Psychiatrist In Gaza: Coping With War
GUY RAZ, host:
Now to Gaza City which has been under a sustained Israeli attack for six days now. Eyad Sarajj is a Palestinian psychiatrist and human rights activist in Gaza, and he joins us on the line. Dr. Sarajj, welcome to the program.
Dr. EYAD SARAJJ (Palestinian Psychiatrist and Human Rights Activist): Thank you.
RAZ: Where are you at the moment?
Dr. SARAJJ: I am in my house in Gaza City.
RAZ: Can you describe what the streets of Gaza City look like at the moment? Are people outside?
Dr. SARAJJ: Well, since Saturday morning, Gaza has been under a severe military attack by the Israeli air force. It also was hit by the Israeli navy and the land...
(Soundbite of child talking)
RAZ: Is that one of your children that we're hearing?
Dr. SARAJJ: Yes, sorry, it is.
RAZ: How are you able to protect your family right now?
Dr. SARAJJ: Well, I have to be with them all the time and try to reassure them by our presence, their mother and myself, and to explain things in a way that does not make them more anxious or disturbed.
RAZ: You're a psychiatrist, of course, Dr. Sarajj.
Dr. SARAJJ: Yeah.
RAZ: How do you explain, as you say, explain things to the children? What do you do and what do you say?
Dr. SARAJJ: First of all, they should understand what is going on in a simple kind of terms. It's only natural and normal to be afraid, so they should accept that. And second, we should explain why, what is happening. We are being, you know, attacked. This is a kind of war. And these are - they're far away, but when they send bombs that makes a loud sound, and this sound is disturbing. But we are safe. It's far away from us, so it's not going to hurt us.
And in the practice, of course, of things, whenever something happens, I hold the little one particularly to my chest and give him a sense of security, and my wife would hold the other one also. That is very important, the physical feeling of security and warmth around the children.
RAZ: Earlier we spoke to an Israeli who is living in Ashkelon. Are there air raid sirens in Gaza? In other words, do you have any warning before the attacks begin?
Dr. SARAJJ: No. There is no warning whatsoever. This is why it is more difficult for us. The first attack was on Saturday morning when we were discussing what we were going to eat for lunch, and suddenly there was a series of bombs and explosives around us. It was very disturbing indeed, and we were in a state of panic.
RAZ: Many Palestinians have been critical of Hamas over the past year. But I wonder whether the people that you know in Gaza who might not, you know, ordinarily support Hamas, are they now rallying around Hamas in this time of crisis?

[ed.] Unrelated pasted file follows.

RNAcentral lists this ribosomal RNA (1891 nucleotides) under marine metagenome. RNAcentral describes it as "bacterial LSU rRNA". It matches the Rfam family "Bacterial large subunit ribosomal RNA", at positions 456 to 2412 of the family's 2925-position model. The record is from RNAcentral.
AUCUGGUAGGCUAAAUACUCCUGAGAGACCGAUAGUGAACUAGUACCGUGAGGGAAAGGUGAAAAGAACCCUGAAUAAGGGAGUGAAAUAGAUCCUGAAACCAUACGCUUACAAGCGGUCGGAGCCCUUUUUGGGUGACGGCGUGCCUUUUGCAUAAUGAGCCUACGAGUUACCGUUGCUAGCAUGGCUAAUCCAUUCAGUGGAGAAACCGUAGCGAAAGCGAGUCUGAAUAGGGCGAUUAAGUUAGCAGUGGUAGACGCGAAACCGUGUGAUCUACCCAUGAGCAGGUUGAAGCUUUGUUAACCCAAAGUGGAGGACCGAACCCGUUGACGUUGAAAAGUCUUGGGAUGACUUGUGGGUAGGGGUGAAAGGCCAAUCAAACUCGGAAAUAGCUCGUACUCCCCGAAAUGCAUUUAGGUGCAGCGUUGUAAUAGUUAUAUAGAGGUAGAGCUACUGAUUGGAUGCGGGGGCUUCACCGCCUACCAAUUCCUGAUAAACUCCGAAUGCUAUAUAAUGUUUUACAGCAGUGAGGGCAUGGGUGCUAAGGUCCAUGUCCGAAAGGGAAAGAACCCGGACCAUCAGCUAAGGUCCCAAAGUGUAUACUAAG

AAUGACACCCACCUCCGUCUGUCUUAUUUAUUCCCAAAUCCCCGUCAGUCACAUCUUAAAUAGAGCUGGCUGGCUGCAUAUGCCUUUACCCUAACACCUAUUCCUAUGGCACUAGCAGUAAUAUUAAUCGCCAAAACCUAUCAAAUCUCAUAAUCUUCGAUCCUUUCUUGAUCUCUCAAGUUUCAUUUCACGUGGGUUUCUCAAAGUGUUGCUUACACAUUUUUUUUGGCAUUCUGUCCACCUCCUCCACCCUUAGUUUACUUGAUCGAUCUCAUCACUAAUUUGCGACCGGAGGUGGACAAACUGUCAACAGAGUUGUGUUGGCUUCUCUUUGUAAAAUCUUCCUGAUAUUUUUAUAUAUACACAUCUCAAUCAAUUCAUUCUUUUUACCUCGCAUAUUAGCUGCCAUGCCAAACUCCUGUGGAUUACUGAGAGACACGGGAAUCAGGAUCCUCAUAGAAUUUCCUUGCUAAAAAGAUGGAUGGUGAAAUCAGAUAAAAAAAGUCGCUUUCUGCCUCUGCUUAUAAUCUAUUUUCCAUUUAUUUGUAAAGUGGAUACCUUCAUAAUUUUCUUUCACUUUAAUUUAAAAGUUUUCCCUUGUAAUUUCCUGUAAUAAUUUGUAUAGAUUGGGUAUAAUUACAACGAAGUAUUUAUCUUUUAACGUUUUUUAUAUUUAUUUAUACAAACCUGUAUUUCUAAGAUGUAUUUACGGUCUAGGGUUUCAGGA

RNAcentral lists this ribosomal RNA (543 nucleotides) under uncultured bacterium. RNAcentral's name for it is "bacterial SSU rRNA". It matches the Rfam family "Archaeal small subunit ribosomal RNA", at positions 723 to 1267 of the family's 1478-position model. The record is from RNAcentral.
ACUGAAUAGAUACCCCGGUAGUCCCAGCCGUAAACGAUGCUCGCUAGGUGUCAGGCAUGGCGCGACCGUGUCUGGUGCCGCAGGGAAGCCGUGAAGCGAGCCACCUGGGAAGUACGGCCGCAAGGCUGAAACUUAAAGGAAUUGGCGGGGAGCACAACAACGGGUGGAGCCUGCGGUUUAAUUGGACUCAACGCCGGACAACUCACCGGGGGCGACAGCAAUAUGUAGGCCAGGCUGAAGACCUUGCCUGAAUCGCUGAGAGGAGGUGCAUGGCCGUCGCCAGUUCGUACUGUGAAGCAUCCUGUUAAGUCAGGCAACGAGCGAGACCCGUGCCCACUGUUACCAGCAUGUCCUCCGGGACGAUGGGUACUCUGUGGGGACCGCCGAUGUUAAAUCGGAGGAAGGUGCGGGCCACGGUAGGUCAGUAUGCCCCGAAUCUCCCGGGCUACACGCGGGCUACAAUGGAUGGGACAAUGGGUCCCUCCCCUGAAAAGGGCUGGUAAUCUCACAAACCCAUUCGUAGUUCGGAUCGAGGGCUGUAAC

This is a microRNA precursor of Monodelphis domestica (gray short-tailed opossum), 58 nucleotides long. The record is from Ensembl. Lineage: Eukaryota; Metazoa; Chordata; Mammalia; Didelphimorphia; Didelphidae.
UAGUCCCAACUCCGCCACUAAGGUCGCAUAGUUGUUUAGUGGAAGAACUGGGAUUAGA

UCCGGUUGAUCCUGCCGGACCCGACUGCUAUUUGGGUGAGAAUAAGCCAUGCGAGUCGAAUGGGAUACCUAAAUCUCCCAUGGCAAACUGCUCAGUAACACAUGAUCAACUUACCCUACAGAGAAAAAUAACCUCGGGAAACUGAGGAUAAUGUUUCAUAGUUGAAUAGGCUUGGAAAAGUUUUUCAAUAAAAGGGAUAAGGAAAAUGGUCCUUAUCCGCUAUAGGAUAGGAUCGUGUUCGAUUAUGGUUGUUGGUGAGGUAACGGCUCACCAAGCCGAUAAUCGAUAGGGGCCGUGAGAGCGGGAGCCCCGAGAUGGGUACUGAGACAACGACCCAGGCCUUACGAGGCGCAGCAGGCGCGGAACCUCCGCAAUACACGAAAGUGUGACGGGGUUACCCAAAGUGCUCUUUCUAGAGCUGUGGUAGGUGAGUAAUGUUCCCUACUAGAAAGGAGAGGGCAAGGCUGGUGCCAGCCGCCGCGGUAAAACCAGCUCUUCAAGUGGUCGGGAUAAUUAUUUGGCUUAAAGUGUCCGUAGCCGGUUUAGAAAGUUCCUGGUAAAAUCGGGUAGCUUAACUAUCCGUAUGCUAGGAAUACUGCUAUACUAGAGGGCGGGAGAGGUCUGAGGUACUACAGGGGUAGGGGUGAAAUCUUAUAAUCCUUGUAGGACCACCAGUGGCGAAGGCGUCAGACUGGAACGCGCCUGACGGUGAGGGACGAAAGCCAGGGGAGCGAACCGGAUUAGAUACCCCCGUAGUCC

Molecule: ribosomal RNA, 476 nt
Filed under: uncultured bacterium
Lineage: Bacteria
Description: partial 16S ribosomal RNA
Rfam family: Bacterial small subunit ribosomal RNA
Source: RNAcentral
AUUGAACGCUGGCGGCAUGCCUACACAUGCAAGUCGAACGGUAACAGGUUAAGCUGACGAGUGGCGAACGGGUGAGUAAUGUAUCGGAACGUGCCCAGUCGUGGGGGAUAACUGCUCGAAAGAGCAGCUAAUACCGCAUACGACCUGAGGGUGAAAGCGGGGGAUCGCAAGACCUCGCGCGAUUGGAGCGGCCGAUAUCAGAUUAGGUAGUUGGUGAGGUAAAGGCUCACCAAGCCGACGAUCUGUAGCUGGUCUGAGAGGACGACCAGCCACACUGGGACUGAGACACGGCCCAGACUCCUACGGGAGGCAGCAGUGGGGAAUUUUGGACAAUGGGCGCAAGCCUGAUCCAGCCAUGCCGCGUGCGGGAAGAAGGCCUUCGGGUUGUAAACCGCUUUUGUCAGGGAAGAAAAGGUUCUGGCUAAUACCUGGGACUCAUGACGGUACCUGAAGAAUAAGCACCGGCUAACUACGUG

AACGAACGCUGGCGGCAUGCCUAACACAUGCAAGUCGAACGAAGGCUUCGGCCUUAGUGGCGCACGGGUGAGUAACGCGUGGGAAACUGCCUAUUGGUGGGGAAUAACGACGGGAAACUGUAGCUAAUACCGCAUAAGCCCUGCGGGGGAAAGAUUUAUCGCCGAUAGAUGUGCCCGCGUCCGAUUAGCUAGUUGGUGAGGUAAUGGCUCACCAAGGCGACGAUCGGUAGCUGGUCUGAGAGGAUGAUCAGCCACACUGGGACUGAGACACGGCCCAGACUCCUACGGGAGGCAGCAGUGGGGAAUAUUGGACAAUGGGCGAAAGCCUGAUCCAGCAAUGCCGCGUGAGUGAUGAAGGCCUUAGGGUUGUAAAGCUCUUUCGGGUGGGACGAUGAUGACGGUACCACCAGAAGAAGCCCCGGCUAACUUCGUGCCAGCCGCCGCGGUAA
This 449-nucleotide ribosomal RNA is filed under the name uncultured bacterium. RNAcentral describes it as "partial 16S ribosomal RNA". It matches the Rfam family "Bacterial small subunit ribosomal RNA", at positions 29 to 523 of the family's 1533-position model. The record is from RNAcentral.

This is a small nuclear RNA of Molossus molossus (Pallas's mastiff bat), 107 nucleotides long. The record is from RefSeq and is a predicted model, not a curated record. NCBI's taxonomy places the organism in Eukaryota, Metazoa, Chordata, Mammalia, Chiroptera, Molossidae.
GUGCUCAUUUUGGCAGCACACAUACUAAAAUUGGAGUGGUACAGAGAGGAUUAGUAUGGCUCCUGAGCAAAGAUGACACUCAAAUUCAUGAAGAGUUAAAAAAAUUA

Dr. SARAJJ: When you see the Palestinians' story, it's a story of victimization. And this is why when there is an outside enemy like Israel attacking now, all the Gazans, they aren't attacking Hamas as they claim. They're attacking Gaza and Gazan people. So we come together and - although some people are critical of Hamas. But at this time, this criticism is muted for the sake of sending our country as a whole.
RAZ: You yourself have been very critical of the missile strikes from Gaza into Israel, the missiles that had been launched out of Gaza into Israel. Do you believe that ultimately the Israeli attacks on Gaza will stop the rocket fire coming out of Gaza into Israel?
Dr. SARAJJ: Well, I am a strong believer of the nonviolent resistance, and I'm a strong believer in human rights. And for me, any people killed, any child killed anywhere is like killing all humanity, I mean. So in principle, I'm against violent resistance against the Israelis. But in the same time, I want the Israelis to understand using brutal force can only encourage more military and more extremist attitude.
RAZ: Well, Dr. Sarajj, thank you so much for joining us.
Dr. SARAJJ: Thank you very much indeed for having me.
RAZ: That was Eyad Sarajj. He's a Palestinian psychiatrist and human rights activist in Gaza. He joined us on the line from Gaza City. We also spoke with Sigal Ariely. She lives in Ashkelon in southern Israel. Transcript provided by NPR, Copyright NPR.
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